Fun Fact Friday
Friday, July 2017, 09:52 pm
(Wow, hello to all the new people who have fav'd "Nuzlocke on Ice"! I really appreciate it, and thanks for sticking around to all my old followers out there!
Some of you may know this already, but on other sites, I like to post little tidbits about my comic on Fridays (very cleverly titled "Fun Fact Fridays"). These posts can be about anything ranging from worldbuilding in the NOICE 'verse, little gems I sneaked into certain panels, and other bits of information that I might think readers will find interesting. I've been posting them on tumblr and dA since forever, and it hit me that I should start posting them here, too.
Just a warning: I'm not going back and posting all of the other 100~ FFF's I've already done. (Please have mercy on me.) However, if you're curious and would like to peruse the older ones I've posted, this link on the "Nuzlocke on Ice" tumblr will be the easiest way for you to look at them.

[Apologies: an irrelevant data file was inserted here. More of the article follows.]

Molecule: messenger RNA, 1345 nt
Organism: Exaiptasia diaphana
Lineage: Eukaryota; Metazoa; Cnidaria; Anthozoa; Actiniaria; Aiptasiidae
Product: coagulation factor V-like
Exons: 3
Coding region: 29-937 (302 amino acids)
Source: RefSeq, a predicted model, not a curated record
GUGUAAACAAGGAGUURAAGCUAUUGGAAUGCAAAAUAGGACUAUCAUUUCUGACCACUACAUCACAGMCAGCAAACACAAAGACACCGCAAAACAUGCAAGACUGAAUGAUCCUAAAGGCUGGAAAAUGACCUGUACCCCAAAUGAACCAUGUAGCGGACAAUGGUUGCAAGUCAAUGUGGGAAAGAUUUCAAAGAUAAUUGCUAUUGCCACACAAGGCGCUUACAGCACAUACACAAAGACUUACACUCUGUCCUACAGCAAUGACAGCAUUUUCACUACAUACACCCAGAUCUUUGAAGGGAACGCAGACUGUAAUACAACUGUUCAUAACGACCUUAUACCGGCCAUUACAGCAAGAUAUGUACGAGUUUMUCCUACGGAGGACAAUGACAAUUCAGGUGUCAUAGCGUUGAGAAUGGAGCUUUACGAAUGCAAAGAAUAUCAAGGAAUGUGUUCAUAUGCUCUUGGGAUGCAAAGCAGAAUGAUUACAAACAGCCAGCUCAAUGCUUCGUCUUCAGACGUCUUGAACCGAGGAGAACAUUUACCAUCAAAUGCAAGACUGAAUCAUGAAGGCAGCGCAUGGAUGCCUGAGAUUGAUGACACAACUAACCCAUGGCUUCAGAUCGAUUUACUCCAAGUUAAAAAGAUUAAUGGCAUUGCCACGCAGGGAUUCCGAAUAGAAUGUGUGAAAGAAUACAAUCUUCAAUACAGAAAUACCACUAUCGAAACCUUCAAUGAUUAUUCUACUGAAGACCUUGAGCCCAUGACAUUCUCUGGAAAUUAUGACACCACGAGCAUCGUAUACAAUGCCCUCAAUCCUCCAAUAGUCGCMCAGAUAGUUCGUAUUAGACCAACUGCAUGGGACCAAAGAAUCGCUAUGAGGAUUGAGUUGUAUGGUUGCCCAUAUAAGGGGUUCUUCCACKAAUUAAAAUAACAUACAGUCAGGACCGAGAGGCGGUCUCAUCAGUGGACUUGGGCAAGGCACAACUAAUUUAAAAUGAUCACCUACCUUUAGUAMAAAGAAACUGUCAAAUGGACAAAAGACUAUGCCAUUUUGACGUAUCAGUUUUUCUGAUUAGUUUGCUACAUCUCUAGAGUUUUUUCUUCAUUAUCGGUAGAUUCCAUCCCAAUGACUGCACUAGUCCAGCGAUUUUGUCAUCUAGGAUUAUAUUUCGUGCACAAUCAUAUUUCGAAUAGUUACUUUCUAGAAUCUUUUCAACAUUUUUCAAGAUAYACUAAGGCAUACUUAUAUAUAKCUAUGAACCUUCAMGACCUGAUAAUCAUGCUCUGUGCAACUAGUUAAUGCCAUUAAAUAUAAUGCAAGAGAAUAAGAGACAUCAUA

All right! Without further ado, here's this week's Fun Fact, and I hope you all are looking forward to all of the future ones, as well!)
Unlike in the games and anime where everyone shouts out their Pokemon’s moves, people have been using common sense in NOICE for a little while now. Typically people only call out the exact move they want their Pokemon to use when they haven’t had the time or the chance to train their teammates with any code names. (That’s why in Chapter 1 everyone was using the actual names for their Pokemon’s moves, since they had just gotten their starters at that point and literally no prep time before their battles.)
People do, however, still can and do call out the actual move names in battles. No one is certainly stopping them, but it does definitely hurt your strategy if your opponent knows what you’re going to do before you do it. However, when not being used as a poor strategy by trainers who don’t know better, it’s much more commonly used as a handicap. Gym leaders are actually supposed to call out their actual attack names that they want their Pokemon to use, since they’ve had hours and hours of more battling experience than the average Pokemon trainer aiming to take on the League.